Category Archives: Concrete

Architectural Technologist – Just wondering the web

Image representing Saeed Amidi as depicted in ...
Image via CrunchBase

A small part of most days, I put aside to just wonder the web, following up on notes I have made, in my moleskin, or on evernote, and in some cases, my day book, my partner Wendy calles it playing on the web, but I call it education, reading articles watching the ever increasing number of excellent videos, and following google+ blogs. for me it’s an essential part of my personal CPD, don’t expect to use the web and all it offers if you don’t do this.

There is no real point to this blog other than I came across this video below on scobles google+ site, which he seems to use more than anything now. It’s about startup companies, and there need for space, the need to belong  and be seen. Saeed Amidi owns the building where Google and Paypal got their starts.

VC and angel companies see them as a catalist for small companies they can invest in. So my question is should we start a similar place for small Architectural practices, worth thinking about, very low rents for desk space, not rooms, printer access, good broadband, central library, sample library. presentation space, private client rooms.

In Birmingham we have something similar called the Custard Factory, how many other cities have similar. My own wish would to have a large open office, be able to talk, mentor, gain help.share resources. At just a tad over an hour long, its an essential video to watch.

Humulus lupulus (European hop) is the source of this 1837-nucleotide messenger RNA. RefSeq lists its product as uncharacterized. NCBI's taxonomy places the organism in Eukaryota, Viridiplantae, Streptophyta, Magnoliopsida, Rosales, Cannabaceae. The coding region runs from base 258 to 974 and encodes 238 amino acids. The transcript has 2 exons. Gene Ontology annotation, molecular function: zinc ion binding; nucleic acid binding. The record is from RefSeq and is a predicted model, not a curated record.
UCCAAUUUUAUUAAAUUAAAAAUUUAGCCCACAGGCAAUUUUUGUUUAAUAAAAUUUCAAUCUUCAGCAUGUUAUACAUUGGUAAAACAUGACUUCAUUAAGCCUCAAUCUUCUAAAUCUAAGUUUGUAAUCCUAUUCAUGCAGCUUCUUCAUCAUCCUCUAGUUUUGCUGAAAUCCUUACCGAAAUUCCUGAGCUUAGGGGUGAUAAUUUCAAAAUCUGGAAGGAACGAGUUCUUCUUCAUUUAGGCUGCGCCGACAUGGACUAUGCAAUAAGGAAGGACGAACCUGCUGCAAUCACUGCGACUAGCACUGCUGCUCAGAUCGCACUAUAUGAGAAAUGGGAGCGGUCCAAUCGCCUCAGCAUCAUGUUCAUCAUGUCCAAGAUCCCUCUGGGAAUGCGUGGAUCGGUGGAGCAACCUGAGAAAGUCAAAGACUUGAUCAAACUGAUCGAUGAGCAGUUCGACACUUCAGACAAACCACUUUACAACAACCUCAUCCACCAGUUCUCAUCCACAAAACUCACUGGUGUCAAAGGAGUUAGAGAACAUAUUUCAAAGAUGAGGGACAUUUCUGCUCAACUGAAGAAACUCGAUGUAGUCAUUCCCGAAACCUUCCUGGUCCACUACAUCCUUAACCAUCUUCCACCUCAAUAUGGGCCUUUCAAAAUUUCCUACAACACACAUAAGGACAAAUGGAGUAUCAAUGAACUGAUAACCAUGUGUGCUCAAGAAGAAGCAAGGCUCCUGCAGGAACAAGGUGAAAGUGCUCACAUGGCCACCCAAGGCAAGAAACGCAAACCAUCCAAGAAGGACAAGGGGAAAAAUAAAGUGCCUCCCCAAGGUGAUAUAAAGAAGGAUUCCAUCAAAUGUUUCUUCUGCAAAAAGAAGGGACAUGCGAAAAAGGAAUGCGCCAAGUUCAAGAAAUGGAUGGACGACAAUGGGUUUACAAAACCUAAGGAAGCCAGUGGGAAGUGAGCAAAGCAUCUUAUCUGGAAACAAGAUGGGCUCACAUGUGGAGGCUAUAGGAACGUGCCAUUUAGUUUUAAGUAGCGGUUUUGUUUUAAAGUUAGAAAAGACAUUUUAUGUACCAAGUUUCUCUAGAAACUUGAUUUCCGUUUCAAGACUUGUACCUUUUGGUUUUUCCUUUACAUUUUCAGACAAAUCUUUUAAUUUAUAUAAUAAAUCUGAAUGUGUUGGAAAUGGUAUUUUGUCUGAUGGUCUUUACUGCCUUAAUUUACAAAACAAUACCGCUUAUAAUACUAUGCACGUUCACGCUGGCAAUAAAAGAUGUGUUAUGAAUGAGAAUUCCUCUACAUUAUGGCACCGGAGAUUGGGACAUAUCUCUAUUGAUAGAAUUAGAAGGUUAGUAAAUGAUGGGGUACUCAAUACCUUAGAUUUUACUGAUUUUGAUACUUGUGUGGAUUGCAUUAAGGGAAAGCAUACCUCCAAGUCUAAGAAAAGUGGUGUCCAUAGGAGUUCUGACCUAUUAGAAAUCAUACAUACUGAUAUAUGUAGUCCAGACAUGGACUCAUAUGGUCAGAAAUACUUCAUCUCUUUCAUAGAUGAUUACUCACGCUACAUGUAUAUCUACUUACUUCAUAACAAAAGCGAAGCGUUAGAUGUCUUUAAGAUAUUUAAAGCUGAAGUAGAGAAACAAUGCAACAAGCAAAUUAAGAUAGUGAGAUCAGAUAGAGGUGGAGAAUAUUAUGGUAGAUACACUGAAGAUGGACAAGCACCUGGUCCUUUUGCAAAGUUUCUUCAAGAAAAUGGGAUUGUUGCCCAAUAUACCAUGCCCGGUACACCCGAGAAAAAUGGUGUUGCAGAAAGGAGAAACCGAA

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Architectural Technologist – Danish architects Bjarke Ingels Group

hudson
hudson (Photo credit: niznoz)

Danish architects Bjarke Ingels Group has revealed their design of “west 57th”, a new 600-unit residential building in new york city. located between 11th and 12th avenues adjacent to the Hudson river. The video, I find riveting, not because of the project, but because I love to take a look at other peoples designs and see just how I might construct them. This project, I find spell binding, and wonder just what they are looking at in terms of materials, concrete or steel. I fancy steel, it would bend to the design I think and allow the sweeping facade.

I took a look on Google and the only plot that seems viable is this site it has the view of the Hudson, and the sloping facade would suite the site.

The companies web site shows the scope of their work, and big is the only word I can use, or perhaps large scale. But as always there is a but, how much of it is built ?. Look to info on the bottom left to get in and view their impressive portfolio, and some of it is just that, a portfolio of designs to draw in customers, take note all you technologists, this is the CV you want.

 

 


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Architectural Technologist – Concrete Gutter detail replacement

concrete gutter
concrete gutter (Photo credit: Scays)

I had a call recently re a blog I put up some time back re concrete gutters, and funnily enough I have a job on site currently with just this problem, but in this instance the offending gutter is at the rear of the property, and I can deal with it as I think I described in that blog.